The death of the traditional British pub

The latest of Boris Johnson's revolving lockdown policies dictates that public houses will no longer be allowed to offer take-away alcohol sales because of the number of people gathering outside to drink.

Although this slim but vital avenue of revenue came nowhere near making up the shortfall, or covering the cost of all the keg beer that had to be poured down the drain, it helped to keep heads above water in what is now a beleaguered sector.

One of the most depressing results of the inevitable closures is that pubs will likely be bought up by large chains.

JD Wetherspoon, Mitchells & Butlers, Greene King and the Stonegate Pub Company, which in 2019 alone took over 4000 pubs, between them already own 25% of the market share. When the pandemic is beaten they will between them feast from the carcasses of many failed businesses.

Already the traditional pub is becoming a rarity as the chains take over, renovate, and turn what was once a centre of the community - if such a thing as "community" still exists in Britain - into the ghastly corporate-themed watering-holes such as one might stumble across in a social housing estate on the outskirts of Newcastle.

The country pub is a thing of the past, many having been turned into carveries, others have simply closed down.

Fullers London Pride

The east end boozer in London is also a thing of the past, rendered largely redundant by white flight and a new demographic that does not drink alcohol.

Since 2001 the nation's capital has lost some 25% of its pubs, and in 2016, for the first time, the number of large pubs overtook that of the small pubs, a change echoed across the UK as a whole. Having survived the rising popularity of lager, London brewers, once considered amongst the best in the country, are also vanishing under the wave of changing demographics, cheap supermarket beers, and COVID.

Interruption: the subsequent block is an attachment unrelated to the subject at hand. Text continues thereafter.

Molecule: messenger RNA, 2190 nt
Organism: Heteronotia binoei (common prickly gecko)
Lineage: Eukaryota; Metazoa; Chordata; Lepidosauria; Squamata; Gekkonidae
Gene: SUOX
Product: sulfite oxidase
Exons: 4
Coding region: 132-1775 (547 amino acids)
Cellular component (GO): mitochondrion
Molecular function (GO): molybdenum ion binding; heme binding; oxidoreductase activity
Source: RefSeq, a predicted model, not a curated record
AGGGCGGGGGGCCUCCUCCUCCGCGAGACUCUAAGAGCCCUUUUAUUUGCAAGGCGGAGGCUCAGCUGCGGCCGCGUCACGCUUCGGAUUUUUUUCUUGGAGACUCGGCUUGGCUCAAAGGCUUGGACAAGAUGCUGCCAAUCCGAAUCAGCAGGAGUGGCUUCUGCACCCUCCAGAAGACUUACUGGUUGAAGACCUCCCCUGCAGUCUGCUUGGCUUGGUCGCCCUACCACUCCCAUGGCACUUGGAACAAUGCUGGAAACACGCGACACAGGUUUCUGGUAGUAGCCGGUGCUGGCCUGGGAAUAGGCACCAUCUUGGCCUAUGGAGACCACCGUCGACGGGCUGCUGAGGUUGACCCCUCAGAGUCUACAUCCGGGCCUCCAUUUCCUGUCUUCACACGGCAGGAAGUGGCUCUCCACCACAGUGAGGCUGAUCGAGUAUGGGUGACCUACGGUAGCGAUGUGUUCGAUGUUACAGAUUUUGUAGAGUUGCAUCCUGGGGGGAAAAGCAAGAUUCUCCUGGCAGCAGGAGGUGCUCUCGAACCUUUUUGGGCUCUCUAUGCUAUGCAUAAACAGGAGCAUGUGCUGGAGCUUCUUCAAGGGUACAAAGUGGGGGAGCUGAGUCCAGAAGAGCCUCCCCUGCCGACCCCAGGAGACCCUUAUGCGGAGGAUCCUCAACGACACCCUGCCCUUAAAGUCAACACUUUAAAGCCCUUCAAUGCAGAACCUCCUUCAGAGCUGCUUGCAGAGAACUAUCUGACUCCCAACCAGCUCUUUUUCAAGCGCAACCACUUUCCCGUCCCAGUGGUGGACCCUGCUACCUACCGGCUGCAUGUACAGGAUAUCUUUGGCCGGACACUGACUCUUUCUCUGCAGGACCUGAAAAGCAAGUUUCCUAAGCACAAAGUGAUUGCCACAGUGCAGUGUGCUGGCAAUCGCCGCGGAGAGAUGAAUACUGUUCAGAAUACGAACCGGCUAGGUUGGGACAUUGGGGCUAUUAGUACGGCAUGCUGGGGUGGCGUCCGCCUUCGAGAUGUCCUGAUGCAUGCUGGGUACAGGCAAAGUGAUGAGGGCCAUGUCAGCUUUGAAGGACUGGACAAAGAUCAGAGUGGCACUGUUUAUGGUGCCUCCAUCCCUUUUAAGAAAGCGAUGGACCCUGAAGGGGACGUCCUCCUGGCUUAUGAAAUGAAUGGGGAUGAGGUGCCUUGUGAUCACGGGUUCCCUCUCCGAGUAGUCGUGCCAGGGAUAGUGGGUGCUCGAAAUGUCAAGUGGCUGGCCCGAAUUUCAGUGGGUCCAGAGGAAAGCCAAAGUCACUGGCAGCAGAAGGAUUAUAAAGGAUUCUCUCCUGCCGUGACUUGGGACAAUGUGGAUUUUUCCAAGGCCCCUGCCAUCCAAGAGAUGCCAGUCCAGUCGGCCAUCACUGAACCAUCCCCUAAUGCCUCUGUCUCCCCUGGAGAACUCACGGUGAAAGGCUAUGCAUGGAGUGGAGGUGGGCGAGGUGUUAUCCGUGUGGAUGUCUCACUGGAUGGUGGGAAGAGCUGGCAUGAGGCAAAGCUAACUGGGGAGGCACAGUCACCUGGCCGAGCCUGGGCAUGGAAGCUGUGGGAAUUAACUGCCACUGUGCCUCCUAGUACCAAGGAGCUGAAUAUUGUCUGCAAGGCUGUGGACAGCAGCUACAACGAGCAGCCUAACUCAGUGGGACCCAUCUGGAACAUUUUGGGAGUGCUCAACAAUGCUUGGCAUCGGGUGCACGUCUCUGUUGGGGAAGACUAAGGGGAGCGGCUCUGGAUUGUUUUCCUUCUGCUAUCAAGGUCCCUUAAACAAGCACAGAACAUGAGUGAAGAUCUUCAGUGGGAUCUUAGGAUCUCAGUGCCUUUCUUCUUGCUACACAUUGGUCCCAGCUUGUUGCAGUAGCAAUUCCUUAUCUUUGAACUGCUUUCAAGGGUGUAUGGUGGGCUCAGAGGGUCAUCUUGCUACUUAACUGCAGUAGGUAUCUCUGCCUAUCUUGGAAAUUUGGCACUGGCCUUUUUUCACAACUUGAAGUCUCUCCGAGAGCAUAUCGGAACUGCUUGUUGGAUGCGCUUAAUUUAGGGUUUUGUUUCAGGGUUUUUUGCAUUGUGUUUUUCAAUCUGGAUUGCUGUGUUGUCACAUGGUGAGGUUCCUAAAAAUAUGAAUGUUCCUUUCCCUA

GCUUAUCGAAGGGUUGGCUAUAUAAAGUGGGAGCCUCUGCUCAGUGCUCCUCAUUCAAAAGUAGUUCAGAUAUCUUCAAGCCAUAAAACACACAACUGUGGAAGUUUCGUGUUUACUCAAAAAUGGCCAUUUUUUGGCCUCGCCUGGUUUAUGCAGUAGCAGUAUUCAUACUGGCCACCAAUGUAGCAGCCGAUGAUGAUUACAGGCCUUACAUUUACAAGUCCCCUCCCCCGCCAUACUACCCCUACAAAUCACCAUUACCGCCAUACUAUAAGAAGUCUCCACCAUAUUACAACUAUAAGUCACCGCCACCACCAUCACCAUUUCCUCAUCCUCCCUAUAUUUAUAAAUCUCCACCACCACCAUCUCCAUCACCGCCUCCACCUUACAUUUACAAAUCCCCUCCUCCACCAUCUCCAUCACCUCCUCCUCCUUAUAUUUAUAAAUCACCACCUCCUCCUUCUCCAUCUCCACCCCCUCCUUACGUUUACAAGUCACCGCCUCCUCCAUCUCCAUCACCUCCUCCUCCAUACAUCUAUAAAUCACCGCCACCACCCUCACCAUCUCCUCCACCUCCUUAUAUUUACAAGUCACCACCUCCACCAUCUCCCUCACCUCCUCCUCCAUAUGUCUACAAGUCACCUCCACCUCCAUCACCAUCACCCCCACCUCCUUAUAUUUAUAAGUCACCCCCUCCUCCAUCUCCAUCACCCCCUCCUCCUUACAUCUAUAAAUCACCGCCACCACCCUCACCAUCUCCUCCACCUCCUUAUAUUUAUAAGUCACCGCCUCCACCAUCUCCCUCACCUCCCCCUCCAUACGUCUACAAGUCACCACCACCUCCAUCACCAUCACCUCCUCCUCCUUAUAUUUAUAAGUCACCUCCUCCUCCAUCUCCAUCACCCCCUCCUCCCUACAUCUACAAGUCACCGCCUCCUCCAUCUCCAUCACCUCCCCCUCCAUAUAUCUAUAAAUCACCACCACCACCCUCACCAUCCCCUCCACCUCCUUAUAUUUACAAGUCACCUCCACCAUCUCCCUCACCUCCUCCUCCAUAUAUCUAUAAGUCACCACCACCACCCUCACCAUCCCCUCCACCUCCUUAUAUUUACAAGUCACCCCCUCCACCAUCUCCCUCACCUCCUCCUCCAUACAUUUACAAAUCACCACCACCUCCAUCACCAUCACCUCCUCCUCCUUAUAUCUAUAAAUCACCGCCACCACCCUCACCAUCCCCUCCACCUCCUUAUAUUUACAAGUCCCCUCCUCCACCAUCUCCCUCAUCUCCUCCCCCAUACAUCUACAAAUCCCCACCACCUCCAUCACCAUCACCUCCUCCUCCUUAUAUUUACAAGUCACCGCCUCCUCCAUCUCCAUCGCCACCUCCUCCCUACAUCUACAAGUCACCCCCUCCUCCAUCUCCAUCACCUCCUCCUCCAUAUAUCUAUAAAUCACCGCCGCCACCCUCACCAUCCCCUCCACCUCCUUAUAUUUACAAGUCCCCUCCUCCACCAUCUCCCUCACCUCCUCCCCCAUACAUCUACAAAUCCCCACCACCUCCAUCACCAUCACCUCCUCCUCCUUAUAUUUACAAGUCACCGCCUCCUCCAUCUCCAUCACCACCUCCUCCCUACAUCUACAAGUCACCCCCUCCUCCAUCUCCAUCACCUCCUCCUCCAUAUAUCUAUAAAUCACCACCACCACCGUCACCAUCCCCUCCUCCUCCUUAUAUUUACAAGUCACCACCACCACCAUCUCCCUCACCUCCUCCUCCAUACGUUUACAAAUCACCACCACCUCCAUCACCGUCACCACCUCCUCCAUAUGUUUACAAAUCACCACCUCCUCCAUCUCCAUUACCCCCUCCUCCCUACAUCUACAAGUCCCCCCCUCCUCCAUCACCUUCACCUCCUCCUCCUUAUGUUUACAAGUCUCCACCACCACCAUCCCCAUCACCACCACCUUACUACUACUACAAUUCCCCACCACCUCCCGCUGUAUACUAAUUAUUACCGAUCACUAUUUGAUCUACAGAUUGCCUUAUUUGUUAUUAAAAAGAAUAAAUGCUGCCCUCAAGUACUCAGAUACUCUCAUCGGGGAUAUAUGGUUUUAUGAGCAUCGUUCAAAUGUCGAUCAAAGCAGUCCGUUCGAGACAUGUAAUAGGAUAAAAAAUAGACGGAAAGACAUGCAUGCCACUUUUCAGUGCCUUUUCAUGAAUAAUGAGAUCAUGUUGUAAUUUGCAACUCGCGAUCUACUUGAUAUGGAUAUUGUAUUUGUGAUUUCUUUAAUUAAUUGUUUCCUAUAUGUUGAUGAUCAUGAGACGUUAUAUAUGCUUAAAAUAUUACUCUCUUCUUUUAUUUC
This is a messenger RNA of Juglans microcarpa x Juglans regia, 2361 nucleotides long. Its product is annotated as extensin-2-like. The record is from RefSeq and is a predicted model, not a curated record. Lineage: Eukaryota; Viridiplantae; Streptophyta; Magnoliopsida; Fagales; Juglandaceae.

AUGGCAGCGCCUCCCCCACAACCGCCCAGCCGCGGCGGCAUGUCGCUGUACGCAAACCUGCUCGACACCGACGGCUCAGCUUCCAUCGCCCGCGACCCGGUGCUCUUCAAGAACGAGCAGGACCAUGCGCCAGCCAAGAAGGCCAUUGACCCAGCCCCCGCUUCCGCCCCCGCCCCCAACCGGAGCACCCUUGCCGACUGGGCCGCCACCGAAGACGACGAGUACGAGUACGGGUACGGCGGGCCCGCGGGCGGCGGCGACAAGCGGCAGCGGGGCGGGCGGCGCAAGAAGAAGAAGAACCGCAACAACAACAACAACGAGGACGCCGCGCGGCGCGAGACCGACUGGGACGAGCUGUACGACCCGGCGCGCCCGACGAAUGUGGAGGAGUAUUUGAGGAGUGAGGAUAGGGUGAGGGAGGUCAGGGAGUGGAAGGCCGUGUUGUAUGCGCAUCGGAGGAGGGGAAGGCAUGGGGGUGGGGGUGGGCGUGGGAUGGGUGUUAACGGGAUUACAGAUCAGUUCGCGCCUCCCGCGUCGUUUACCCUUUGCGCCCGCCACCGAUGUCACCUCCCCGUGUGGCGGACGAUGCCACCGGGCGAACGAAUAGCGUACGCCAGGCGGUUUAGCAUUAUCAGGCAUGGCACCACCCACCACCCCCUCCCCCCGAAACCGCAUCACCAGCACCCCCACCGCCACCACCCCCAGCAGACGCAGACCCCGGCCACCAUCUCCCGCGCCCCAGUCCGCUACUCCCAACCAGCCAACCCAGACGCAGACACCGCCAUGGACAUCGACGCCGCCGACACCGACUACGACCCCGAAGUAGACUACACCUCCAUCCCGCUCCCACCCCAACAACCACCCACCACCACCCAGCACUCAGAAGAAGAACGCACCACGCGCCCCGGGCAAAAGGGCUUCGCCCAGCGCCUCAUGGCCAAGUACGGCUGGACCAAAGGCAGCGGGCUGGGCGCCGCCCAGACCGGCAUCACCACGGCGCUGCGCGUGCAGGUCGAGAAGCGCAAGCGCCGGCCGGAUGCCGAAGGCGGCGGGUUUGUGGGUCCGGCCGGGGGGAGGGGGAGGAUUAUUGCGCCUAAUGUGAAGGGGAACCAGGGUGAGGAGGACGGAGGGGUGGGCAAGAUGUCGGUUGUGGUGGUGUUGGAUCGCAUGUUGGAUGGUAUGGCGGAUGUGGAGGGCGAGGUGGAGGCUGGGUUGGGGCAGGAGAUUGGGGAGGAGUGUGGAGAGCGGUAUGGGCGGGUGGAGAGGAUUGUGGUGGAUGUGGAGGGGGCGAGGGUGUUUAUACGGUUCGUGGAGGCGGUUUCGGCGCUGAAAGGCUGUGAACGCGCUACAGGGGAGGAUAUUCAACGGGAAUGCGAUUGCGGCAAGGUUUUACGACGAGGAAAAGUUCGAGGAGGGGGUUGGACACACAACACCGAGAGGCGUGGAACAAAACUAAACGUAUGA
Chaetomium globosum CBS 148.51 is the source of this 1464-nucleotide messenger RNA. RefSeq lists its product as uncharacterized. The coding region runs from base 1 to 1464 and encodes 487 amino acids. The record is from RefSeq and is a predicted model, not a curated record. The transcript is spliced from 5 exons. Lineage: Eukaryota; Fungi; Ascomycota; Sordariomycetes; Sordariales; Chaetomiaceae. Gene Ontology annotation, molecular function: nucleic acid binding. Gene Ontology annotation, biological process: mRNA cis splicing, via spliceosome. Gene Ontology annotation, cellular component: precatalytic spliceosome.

The old Lamb brewery in Chiswick has been turned into apartments, its neighbour, Fuller Smith & Turner, has been sold to Japanese brewer Asahi. Somewhat ironic for the brewery whose flagship ale is London Pride.

The times they are a changing, but beer lovers will not be finding much to celebrate.

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Gary Cartwright

Gary Cartwright

Gary Cartwright is publishing editor and Brussels correspondent of EU Today.

An experienced journalist and author, he specialises in environment, energy, and defence.

He also has more than 10 years experience of working as a staff member in the EU institutions, working with political groups and MEPs in various policy areas.

In October 2021 POLITICO described Gary as "the busiest man in Brussels!"

He is a of member the Chartered Institute of Journalists, a professional association for journalists, the senior such body in the UK, and the oldest in the world having been founded in October 1884

Gary's most recent book WANTED MAN: THE STORY OF MUKHTAR ABLYAZOV: A Manual for Criminals on How to Avoid Punishment in the EU is currently available from Amazon

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